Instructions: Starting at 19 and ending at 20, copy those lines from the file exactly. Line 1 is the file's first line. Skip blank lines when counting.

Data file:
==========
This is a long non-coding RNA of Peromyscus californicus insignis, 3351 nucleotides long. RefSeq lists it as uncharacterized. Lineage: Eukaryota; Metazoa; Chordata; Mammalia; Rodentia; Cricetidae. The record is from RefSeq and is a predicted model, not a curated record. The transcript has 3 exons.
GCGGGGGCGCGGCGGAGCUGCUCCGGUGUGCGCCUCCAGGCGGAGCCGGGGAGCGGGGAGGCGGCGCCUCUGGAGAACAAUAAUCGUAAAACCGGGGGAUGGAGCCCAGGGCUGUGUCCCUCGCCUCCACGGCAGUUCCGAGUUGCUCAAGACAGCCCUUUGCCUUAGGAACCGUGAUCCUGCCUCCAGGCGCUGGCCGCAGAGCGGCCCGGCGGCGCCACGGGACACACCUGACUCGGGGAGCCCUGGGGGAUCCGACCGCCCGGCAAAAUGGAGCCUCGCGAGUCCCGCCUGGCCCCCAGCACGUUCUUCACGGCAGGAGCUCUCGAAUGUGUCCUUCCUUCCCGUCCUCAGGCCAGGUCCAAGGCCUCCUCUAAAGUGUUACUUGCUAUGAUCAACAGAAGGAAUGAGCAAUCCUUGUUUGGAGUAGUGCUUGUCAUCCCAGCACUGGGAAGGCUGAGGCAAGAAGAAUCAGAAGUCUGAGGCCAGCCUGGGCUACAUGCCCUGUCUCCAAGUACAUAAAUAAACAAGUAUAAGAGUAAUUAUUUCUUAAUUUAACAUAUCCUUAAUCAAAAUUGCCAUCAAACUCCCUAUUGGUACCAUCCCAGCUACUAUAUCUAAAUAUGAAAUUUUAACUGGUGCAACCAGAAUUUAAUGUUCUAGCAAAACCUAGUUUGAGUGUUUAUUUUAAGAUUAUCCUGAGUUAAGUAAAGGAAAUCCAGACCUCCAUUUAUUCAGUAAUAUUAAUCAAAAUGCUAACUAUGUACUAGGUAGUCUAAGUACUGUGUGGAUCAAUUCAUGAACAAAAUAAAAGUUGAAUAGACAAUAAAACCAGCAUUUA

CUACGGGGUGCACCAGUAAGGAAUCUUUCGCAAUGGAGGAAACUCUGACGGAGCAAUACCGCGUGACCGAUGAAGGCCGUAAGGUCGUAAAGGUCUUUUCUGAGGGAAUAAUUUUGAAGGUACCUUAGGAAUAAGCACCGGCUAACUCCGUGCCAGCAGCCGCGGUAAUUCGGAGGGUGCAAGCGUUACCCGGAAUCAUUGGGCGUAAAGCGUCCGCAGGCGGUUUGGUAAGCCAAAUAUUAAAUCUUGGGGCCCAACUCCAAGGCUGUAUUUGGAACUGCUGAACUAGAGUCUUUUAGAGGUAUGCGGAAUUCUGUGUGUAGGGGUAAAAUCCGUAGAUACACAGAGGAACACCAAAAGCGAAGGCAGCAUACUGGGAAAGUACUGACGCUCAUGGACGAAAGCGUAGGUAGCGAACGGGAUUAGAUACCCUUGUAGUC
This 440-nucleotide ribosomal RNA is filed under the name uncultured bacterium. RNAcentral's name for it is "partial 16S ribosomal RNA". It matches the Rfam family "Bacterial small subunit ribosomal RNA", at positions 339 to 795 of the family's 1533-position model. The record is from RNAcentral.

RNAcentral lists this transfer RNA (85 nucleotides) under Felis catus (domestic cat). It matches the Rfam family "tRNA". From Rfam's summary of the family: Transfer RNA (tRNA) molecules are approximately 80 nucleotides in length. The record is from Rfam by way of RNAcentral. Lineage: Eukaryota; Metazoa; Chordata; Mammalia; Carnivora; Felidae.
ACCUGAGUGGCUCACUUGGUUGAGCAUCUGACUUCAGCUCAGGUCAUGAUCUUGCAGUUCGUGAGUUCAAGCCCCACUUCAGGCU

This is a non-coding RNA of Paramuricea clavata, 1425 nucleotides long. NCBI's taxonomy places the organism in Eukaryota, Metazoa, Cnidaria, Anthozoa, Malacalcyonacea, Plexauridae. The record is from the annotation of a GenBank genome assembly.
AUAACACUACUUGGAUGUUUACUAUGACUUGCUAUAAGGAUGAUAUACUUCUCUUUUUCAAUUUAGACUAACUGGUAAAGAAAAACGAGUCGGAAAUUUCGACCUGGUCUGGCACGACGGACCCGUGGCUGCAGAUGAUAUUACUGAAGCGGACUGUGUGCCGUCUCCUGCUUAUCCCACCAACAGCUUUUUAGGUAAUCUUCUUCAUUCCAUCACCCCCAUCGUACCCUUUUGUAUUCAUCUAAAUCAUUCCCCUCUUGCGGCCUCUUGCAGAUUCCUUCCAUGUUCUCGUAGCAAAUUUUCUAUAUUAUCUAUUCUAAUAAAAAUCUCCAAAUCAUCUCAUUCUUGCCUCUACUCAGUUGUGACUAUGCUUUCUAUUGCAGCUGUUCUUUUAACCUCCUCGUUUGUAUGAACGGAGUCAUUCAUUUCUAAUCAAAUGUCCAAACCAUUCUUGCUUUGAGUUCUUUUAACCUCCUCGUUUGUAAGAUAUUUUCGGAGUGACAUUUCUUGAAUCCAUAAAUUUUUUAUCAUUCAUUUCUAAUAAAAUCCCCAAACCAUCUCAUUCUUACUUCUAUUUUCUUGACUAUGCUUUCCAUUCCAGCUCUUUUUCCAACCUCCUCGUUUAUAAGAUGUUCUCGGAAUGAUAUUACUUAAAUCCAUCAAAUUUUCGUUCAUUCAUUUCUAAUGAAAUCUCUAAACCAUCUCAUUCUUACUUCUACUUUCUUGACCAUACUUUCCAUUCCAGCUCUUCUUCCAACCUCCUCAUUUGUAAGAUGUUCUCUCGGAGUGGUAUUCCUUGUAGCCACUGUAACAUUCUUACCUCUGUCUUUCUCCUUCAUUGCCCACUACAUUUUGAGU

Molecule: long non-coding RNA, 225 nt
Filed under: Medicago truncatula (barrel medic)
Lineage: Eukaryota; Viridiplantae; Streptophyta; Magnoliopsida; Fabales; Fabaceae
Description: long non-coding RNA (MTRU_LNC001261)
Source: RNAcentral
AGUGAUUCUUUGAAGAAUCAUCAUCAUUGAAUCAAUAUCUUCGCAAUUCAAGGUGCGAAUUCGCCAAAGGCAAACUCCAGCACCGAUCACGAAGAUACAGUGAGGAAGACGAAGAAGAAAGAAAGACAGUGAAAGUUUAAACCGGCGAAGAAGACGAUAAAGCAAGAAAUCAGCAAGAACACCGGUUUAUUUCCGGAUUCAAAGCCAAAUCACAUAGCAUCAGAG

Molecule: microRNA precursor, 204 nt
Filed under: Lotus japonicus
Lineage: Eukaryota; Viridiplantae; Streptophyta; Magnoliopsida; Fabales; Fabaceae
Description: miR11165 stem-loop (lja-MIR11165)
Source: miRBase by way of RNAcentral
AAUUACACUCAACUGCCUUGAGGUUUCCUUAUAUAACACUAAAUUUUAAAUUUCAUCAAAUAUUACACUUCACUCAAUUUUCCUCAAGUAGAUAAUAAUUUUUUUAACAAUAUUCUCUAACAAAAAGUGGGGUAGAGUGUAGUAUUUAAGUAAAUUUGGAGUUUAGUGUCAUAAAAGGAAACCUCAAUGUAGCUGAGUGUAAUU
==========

Source: miRBase by way of RNAcentral
AAUUACACUCAACUGCCUUGAGGUUUCCUUAUAUAACACUAAAUUUUAAAUUUCAUCAAAUAUUACACUUCACUCAAUUUUCCUCAAGUAGAUAAUAAUUUUUUUAACAAUAUUCUCUAACAAAAAGUGGGGUAGAGUGUAGUAUUUAAGUAAAUUUGGAGUUUAGUGUCAUAAAAGGAAACCUCAAUGUAGCUGAGUGUAAUU